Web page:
SUMMARY OF THE INVENTION

The present invention relates to a flame retardant composition that has enhanced thermal stability and flame retarding efficacy in extruded polystyrene foam, the composition comprising:

    • a) about 60 wt. % to about 95 wt. %, based on the flame retardant composition, of a N-2,3-Dibromopropyl-4,5-dibromohexahydrophthalimide;
    • b) about 1 wt. % to about 40 wt. %, based on the flame retardant composition, of a component (A) selected from i) natural zeolites, ii) synthetic zeolites, iii) halogenated aromatic epoxides, iv) halogenated epoxy oligomers, v) non-halogenated epoxy oligomers, vi) hydrotalcites and vii) mixtures of i)-vi); and optionally
    • c) a synergist selected from (i) antimony compounds; (ii) tin compounds; (iii) molybdenum compounds; (iv) zirconium compounds; (v) boron compounds; (vi) hydrotalcites; (vi) talc; (vii) dicumylperoxide; (viii) dicumyl; (ix) hindered phenolic antioxidants; (x) light stabilizers; and xi) mixtures of i)-x).

The present invention also relates to polystyrene formulations comprising flame retarding amounts of the flame retardant composition according to the present invention.

The present invention also relates to extruded polystyrene foam containing flame retarding amounts of the flame retardant composition according to the present invention.

The present invention also relates to articles produced from this flame retarded extruded polystyrene foam.

The invention also relates to a process for making a molded flame retarded extruded polystyrene product comprising blending a blowing agent, and a flame retardant composition according to the present invention to form a blended product and extruding the blended product through a die.

DETAILED DESCRIPTION OF THE INVENTION

The present invention is a flame retardant composition comprising in the range of from about 60 wt. % to about 95 wt. %, preferably in the range of from about 90 wt. % to about 95 wt. %, N-2,3-Dibromopropyl-4,5-dibromohexahydrophthalimide, which has the formula: embedded image
its tautomeric forms, stereo isomers, and polymorphs, referred to herein collectively as “flame retardant I”.

Flame retardant I exhibits very good solubility in polysytrene. Flame retardant I has a solubility in polysytrene of in the range of from about 0.5 to about 8 wt. %, based on the weight of the polystyrene and flame retardant I, at 20° C., and in the range of from about 0.5 to about 10 wt. %, on the same basis, at 40° C. Flame retardant I also does not deleteriously affect the formation of polystyrenic foams, which, when combined with the solubility of flame retardant I, makes flame retardant I more suitable for use in polystyrene foams than most other flame retardants.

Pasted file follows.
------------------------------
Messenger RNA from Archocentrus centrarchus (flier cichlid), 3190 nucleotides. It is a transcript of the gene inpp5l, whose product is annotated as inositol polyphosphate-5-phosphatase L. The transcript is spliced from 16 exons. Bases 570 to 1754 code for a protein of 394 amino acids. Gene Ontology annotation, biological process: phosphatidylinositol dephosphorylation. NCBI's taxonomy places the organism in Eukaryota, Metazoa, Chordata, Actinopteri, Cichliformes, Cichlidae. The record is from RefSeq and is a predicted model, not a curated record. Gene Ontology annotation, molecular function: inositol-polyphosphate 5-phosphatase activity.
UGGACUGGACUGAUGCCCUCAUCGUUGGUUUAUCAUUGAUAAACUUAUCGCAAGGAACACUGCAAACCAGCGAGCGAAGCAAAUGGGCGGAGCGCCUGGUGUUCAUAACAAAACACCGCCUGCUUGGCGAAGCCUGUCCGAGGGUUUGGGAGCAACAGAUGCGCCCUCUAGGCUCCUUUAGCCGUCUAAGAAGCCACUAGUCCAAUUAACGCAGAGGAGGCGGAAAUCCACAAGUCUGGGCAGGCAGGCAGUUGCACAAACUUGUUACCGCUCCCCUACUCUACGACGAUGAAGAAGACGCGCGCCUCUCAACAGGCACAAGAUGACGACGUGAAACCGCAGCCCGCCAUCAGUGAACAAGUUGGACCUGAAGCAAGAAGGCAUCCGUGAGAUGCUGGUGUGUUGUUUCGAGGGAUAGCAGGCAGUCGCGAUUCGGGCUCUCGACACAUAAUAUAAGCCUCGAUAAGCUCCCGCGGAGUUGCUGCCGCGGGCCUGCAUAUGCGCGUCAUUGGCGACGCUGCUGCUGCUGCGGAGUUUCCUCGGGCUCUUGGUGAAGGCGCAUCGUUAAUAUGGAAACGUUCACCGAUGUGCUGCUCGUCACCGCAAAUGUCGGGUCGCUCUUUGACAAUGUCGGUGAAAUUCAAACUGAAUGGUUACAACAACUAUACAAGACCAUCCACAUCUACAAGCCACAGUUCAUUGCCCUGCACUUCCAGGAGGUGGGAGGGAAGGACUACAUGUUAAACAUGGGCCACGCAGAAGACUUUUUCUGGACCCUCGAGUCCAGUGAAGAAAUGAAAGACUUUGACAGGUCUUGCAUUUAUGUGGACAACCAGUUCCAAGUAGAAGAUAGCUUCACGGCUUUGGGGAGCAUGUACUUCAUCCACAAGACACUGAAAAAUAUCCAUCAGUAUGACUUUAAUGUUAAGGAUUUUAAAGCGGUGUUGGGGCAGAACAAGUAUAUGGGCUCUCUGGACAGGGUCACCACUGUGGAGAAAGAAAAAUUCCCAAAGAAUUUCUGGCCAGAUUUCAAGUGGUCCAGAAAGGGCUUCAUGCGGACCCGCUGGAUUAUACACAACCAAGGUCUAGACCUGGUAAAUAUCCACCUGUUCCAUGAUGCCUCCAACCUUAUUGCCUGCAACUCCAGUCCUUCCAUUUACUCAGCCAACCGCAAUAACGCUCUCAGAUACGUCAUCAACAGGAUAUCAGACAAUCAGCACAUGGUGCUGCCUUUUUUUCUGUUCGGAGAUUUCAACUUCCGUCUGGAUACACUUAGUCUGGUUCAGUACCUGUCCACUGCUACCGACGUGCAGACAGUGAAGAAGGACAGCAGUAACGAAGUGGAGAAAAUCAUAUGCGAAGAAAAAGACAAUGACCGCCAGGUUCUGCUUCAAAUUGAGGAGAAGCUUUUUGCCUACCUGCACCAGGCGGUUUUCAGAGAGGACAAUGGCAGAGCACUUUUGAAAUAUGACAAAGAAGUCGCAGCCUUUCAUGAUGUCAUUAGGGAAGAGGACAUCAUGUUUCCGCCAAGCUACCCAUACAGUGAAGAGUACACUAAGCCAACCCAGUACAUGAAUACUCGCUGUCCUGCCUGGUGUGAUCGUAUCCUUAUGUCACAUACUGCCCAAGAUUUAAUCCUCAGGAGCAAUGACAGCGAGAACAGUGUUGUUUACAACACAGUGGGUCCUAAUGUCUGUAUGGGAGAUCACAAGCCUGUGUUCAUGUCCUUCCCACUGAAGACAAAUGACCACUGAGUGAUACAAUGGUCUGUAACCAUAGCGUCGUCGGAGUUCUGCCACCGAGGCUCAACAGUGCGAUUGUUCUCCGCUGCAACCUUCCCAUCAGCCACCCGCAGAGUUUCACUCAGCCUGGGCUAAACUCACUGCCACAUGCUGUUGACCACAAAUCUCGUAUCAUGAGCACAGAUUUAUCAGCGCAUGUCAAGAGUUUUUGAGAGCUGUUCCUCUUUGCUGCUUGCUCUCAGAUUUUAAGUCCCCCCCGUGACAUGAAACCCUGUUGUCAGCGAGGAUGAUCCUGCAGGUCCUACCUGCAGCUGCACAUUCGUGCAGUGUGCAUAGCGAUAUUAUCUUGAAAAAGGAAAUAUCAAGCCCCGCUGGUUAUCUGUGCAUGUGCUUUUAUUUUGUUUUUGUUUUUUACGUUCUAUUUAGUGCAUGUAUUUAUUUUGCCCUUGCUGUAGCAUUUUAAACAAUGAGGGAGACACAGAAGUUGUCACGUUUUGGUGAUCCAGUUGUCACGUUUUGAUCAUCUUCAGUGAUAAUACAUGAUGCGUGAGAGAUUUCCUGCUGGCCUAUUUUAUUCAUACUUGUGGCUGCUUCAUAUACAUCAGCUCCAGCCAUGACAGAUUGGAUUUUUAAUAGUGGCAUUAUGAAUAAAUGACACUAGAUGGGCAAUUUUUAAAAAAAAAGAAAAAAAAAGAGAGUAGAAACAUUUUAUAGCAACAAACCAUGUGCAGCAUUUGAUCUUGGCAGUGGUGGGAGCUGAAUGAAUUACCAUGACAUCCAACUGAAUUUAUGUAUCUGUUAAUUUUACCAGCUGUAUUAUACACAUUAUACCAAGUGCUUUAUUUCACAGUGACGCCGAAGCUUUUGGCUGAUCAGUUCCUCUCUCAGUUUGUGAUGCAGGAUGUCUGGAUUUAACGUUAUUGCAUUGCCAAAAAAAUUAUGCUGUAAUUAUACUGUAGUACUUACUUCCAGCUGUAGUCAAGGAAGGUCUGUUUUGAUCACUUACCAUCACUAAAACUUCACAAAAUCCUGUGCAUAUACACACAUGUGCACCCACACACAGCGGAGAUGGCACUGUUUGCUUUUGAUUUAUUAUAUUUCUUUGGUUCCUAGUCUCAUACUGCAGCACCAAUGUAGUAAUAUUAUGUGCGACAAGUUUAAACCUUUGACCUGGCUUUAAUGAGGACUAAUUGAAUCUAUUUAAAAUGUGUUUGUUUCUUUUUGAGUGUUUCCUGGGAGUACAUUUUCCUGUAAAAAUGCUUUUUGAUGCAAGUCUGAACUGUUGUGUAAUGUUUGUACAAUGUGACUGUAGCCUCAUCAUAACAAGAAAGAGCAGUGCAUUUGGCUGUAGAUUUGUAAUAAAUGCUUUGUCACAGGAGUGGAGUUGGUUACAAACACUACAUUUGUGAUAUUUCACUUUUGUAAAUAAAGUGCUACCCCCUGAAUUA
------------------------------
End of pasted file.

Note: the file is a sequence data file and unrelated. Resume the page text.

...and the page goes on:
The flame retardant composition of the present invention also comprises in the range of from about 1 wt. % to about 40 wt. % of a component (A) selected from i) natural zeolites, ii) synthetic zeolites, iii) halogenated aromatic epoxides, iv) halogenated epoxy oligomers, v) non-halogenated epoxy oligomers, vi) hydrotalcite, and vii) mixtures of i)-vii). Component A is a material that serves a dual function in the present invention. First, it serves as a thermal stabilizer for the N-2,3-Dibromopropyl-4,5-dibromohexahydrophthalimide containing flame retardant composition. Second, it also provides additional flame retardant effectiveness to the flame retardant composition. It is preferred that component A be at least one of hydrotalcite, halogenated aromatic epoxides, halogenated epoxy oligomers, non-halogenated epoxy oligomers. More preferably component A is at least one of halogenated aromatic epoxides, halogenated epoxy oligomers, non-halogenated epoxy oligomers. In more preferred embodiments, component A is selected from halogenated aromatic epoxides, halogenated epoxy oligomers, and mixtures thereof. In a most preferred embodiment, component A is a hydrotalcite.

It is preferred that component A be present in amounts in the range of from about 1 to about 25 wt. %, based on flame retardant I. In other preferred embodiments, component A is present in an amount in the range of from about 1 to about 15 wt. %, more preferably from about 3 to about 12 wt. %, based on flame retardant I.

Zeolites

Natural zeolites suitable for use herein can be selected from any known natural zeolites. Synthetic zeolites suitable for use herein can be selected from any known synthetic zeolites. Preferably the synthetic zeolite is selected from Zeoline, commercially available from Praeon, or Zeolite A, commercially available from the Albemarle Corporation under the trademark EZA. Zeolite A used in the practice of this invention can be represented by the generalized formula for zeolite, M2/nOAl2O3ySiO2wH2O, wherein M is a group IA or IIA element, such as sodium, potassium, magnesium and calcium. For a sodium zeolite, the formula is Na2OAl2O3xSiO2yH2O, wherein the value of x normally falls within the range of 1.85±0.5, and the value for y can be variant and can be any value up to about 6. On average, the value of y will be about 5.1. For a sodium Zeolite A, the formula can be written as 1.0±0.2Na2OAlO31.85±0.5SiO2yH2O, wherein the value of y can be up to about 6. An ideal Zeolite A has the following formula, (NaAlSiO4)12 27H2O.

Halogenated Aromatic Epoxides